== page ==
Feline Friday is hosted every friday and HELP for Hexie-aholics is hosted on the 17th of each month. We hope you'll join us!

Thursday, July 28, 2011

Civil War Quilt Update

Yup - I'm even more behind and no longer doing these in any particular order. I am trying to assemble some of what I have done for a Civil War exhibit in the historical building at our county fair next month. The blocks are still fun for me so I will get them done eventually.

Wednesday, July 27, 2011

Wazzit Wednesday Contest Solution

As you hopefully saw last week, I posted a photo id contest for Wazzit Wednesday. Only 4 people posted guesses but let me tell you that no one should have been shy about posting a guess because I don't know how many of them I would have known if I hadn't been the one taking the pictures. I never said they were (all) vegetables but the leading photo which included the veggie garden was a big hint.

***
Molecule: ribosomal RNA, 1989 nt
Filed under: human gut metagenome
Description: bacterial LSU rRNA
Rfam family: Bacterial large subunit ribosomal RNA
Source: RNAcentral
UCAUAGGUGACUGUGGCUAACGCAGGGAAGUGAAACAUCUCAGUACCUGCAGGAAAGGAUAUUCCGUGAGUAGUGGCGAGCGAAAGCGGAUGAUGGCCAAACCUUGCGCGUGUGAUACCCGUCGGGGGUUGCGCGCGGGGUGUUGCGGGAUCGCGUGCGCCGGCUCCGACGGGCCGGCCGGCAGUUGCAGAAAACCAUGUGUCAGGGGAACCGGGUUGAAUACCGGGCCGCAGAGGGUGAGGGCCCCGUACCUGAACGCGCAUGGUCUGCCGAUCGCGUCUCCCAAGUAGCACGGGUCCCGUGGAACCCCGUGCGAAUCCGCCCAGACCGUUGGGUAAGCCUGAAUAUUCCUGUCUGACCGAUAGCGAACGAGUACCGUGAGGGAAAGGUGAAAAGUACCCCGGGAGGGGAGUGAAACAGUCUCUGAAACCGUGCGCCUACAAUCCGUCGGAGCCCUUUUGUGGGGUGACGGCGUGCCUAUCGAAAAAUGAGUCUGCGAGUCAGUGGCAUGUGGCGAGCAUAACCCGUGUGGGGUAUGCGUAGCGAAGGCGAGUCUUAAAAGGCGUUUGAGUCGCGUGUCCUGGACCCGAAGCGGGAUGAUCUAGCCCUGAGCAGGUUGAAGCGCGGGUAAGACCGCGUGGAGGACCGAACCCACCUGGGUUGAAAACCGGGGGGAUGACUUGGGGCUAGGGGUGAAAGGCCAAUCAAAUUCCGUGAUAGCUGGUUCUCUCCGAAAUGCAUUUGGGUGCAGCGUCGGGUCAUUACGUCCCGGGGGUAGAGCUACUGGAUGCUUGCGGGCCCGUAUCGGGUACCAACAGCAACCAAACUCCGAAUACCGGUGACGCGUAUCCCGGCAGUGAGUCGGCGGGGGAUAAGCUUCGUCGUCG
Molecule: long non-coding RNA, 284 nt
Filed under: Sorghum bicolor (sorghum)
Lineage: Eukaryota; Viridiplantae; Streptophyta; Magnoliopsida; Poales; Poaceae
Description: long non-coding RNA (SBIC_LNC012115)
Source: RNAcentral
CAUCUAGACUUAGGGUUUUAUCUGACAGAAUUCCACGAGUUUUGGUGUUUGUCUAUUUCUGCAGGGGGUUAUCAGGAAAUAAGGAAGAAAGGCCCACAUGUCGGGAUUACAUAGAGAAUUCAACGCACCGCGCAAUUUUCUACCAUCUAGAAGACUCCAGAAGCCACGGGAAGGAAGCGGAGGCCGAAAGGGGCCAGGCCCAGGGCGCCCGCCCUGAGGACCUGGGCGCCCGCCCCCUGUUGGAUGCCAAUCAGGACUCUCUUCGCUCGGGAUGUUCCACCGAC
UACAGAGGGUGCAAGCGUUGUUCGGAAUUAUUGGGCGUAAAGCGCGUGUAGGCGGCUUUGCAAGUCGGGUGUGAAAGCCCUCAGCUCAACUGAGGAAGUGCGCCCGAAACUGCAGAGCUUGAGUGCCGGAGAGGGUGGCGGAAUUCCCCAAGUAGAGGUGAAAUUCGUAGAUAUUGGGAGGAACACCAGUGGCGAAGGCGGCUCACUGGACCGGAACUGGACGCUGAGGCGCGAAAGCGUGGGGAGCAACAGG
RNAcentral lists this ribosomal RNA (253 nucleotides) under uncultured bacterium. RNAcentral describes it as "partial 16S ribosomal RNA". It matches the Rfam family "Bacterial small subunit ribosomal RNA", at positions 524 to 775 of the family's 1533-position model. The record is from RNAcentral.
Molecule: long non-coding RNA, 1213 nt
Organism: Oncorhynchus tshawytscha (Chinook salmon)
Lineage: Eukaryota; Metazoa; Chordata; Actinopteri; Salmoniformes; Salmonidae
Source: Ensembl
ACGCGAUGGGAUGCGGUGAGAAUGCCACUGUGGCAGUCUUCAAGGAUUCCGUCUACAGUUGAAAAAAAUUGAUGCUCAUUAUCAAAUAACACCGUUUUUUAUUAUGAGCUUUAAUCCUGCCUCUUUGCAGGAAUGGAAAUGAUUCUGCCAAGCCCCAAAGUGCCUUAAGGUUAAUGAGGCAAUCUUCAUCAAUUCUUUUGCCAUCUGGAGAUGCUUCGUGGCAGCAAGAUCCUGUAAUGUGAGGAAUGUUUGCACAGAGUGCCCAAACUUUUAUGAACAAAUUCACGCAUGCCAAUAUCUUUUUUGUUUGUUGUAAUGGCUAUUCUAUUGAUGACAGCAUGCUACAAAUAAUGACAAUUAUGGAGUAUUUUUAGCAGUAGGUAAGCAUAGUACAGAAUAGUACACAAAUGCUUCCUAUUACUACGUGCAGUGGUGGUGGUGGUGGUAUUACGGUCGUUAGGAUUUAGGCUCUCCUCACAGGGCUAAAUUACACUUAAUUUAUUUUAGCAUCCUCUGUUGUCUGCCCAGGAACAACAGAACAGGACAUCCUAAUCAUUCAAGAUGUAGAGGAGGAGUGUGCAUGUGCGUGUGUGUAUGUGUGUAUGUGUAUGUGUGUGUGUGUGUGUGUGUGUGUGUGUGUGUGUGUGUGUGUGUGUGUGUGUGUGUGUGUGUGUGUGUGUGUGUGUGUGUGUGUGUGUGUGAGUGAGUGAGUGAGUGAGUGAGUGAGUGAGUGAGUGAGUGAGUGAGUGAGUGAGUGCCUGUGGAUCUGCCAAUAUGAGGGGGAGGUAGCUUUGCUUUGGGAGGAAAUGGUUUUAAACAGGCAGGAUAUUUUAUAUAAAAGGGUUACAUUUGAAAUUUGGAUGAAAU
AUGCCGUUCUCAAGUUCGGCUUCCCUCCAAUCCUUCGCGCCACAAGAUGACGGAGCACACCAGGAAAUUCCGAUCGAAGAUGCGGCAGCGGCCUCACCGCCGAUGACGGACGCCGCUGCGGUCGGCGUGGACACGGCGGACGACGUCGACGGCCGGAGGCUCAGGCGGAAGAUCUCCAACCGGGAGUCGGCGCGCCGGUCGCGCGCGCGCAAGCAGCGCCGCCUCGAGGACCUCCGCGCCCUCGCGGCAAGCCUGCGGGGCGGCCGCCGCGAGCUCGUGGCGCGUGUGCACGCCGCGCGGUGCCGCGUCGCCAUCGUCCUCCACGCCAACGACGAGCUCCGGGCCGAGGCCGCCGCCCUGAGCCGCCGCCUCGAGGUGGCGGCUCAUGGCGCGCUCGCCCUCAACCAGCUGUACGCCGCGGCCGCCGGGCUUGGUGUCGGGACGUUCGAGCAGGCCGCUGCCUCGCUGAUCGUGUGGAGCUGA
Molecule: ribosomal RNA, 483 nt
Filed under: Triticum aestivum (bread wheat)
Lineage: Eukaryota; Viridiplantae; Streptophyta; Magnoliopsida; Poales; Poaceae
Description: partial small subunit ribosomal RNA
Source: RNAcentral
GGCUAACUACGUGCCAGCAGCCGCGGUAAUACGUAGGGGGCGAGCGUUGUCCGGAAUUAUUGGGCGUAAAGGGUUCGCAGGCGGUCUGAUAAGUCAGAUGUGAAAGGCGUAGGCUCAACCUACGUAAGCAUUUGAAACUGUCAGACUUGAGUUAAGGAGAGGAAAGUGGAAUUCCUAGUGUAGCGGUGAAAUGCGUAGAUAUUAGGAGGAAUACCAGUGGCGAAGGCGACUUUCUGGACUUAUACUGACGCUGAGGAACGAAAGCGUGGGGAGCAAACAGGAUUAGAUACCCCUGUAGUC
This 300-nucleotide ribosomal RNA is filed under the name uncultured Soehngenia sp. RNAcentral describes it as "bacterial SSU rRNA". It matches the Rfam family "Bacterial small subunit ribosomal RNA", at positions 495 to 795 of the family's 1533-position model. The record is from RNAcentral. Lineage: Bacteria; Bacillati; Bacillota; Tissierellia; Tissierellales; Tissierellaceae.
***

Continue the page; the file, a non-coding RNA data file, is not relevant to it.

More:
I had asked contestants to be as specific with their guesses as possible and while most people at least got it close, no one was able to guess the specific vegetable/plant (ex: peas versus snow peas). Again, I wouldn't have known myself and if anyone HAD been able to guess, I would have fallen out of my chair in surprise. So, lets get to the results...

1. Spaghetti squash - I think they're technically a winter squash but I had 2 people guess it was a summer squash and my online research said it's a very fine line now a days between summer and winter squashes. That little 3-finger squash was not there a week ago when I took the first picture. I am hoping I get a decent number of squash given the number of blossoms and distance the vine seems to be expanding into.